Originally Posted by DrumJunkie
The problem lies in both countries becoming one would not want be absorbed by the other. And becoming something else entirely different means giving up ones national identity. I honestly don't see either one being willing to do that any time soon.
True enough. I really think that that's the biggest issue, its not so much about pros/cons, but about politics and peoples personal patriotism. That said, are our past differences so important that our future can't accept change?
Also seeing as how both Canada and the US are federations of states/provinces that at one time or other gave up their individual autonomy to join a larger and stronger union. What changed that nowadays we won't do the same. Both nations made sacrifices to accept other states, and the states made sacrifices to join the group. I find it interesting that now neither of our nations thinks like that anymore.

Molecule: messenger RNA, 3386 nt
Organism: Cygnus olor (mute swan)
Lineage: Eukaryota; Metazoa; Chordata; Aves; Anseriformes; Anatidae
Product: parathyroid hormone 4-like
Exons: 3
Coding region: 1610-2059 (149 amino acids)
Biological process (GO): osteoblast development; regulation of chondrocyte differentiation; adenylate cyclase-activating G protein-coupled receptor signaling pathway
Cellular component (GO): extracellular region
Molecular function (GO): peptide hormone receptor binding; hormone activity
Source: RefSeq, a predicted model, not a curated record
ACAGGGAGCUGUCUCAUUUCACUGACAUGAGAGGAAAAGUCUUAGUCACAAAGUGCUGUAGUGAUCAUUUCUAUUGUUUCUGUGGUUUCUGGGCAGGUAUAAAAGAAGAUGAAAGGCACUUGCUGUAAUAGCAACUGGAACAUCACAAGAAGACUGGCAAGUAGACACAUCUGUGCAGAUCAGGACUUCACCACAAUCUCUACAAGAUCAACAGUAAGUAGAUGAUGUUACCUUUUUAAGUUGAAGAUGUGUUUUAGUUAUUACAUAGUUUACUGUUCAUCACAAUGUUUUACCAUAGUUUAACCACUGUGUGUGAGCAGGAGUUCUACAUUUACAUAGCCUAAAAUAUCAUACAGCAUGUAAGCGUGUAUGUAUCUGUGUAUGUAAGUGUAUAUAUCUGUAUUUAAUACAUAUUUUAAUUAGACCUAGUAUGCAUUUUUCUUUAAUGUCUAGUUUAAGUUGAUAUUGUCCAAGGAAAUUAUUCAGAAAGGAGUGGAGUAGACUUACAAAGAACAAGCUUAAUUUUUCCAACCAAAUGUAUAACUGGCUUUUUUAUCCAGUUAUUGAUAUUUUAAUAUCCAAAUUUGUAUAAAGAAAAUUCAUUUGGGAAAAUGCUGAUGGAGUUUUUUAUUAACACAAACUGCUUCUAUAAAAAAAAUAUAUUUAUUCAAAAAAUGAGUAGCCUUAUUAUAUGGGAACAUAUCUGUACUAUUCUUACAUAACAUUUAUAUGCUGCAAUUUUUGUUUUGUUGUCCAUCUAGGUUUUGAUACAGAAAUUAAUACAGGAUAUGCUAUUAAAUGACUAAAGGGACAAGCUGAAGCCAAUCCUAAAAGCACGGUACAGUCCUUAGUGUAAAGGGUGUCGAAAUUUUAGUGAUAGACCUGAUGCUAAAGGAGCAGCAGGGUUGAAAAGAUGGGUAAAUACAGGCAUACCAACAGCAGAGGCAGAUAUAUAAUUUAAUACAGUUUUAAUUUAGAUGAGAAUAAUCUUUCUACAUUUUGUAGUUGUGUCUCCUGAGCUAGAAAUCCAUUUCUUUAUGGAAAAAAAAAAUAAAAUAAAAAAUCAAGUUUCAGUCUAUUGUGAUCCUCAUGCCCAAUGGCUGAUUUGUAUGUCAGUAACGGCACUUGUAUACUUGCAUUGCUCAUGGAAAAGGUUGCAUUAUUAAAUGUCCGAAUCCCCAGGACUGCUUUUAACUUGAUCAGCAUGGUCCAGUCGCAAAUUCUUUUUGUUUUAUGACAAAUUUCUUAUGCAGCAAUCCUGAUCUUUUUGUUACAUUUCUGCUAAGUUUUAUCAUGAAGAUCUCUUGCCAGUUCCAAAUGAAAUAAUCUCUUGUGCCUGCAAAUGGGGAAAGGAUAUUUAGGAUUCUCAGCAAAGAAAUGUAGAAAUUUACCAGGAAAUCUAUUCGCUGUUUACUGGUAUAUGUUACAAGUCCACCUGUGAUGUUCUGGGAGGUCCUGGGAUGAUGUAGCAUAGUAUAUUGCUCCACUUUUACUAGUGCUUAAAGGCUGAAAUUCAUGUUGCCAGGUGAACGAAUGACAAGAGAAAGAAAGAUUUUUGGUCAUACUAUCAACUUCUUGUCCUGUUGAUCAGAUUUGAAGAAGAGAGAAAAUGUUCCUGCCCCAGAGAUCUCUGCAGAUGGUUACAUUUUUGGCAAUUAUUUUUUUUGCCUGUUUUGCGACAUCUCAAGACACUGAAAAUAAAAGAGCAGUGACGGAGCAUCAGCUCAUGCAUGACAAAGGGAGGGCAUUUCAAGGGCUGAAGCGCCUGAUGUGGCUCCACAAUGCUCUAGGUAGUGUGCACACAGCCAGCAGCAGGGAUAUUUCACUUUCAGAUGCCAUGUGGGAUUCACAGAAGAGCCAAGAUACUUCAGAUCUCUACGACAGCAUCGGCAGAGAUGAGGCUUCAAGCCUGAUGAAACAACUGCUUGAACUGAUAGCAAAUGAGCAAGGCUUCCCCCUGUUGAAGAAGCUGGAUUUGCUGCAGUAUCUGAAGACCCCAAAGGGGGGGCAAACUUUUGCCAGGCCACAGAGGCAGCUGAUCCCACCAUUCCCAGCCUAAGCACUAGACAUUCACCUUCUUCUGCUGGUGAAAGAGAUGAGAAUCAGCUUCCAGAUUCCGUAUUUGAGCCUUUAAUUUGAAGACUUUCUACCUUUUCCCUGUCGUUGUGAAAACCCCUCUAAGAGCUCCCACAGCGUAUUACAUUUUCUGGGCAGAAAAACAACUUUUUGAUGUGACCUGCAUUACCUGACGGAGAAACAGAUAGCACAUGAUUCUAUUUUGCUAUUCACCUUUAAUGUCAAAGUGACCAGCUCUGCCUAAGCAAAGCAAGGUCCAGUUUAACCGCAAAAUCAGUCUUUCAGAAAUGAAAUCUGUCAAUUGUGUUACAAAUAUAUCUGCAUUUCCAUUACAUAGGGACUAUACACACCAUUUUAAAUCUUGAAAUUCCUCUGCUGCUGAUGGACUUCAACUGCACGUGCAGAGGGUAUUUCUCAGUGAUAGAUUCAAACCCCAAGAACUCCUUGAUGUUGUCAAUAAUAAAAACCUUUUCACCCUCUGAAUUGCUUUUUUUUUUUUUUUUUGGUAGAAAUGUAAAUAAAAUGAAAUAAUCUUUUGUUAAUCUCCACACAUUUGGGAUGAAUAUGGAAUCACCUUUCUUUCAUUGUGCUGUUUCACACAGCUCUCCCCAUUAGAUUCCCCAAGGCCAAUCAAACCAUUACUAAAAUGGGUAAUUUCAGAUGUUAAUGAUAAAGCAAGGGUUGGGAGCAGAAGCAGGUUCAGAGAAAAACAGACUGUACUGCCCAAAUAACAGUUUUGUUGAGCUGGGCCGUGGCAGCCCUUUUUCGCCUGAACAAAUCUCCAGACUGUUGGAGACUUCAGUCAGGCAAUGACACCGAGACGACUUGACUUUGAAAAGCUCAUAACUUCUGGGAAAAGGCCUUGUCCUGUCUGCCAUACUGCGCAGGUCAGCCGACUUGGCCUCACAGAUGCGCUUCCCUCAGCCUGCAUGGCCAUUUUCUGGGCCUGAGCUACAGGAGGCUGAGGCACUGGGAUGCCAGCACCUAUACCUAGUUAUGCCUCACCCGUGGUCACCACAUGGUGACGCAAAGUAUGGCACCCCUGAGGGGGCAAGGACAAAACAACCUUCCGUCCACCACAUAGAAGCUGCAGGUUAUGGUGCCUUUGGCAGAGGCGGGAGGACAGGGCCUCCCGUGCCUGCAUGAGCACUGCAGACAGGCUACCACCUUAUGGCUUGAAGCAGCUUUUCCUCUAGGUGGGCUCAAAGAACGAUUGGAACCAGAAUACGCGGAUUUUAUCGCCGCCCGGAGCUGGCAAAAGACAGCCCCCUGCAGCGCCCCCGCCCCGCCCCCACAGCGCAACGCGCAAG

the United North America website on the first page has a stats page on it, that mentions per capita GDP - sorry I don't remember them to put it up. But GDP per capita is about the same in Canada and the US, and the average Canadian pays LESS on healthcare than the average US, and we have a longer expected lifespan... BUT we DO pay somewhat higher taxes... that I'm not too fond of!
Of course Canada has a much lower population - about 36 million to the US's what... 330?
PS. roughly one third of Canadian households own at least 1 firearm. So we're not totally unarmed!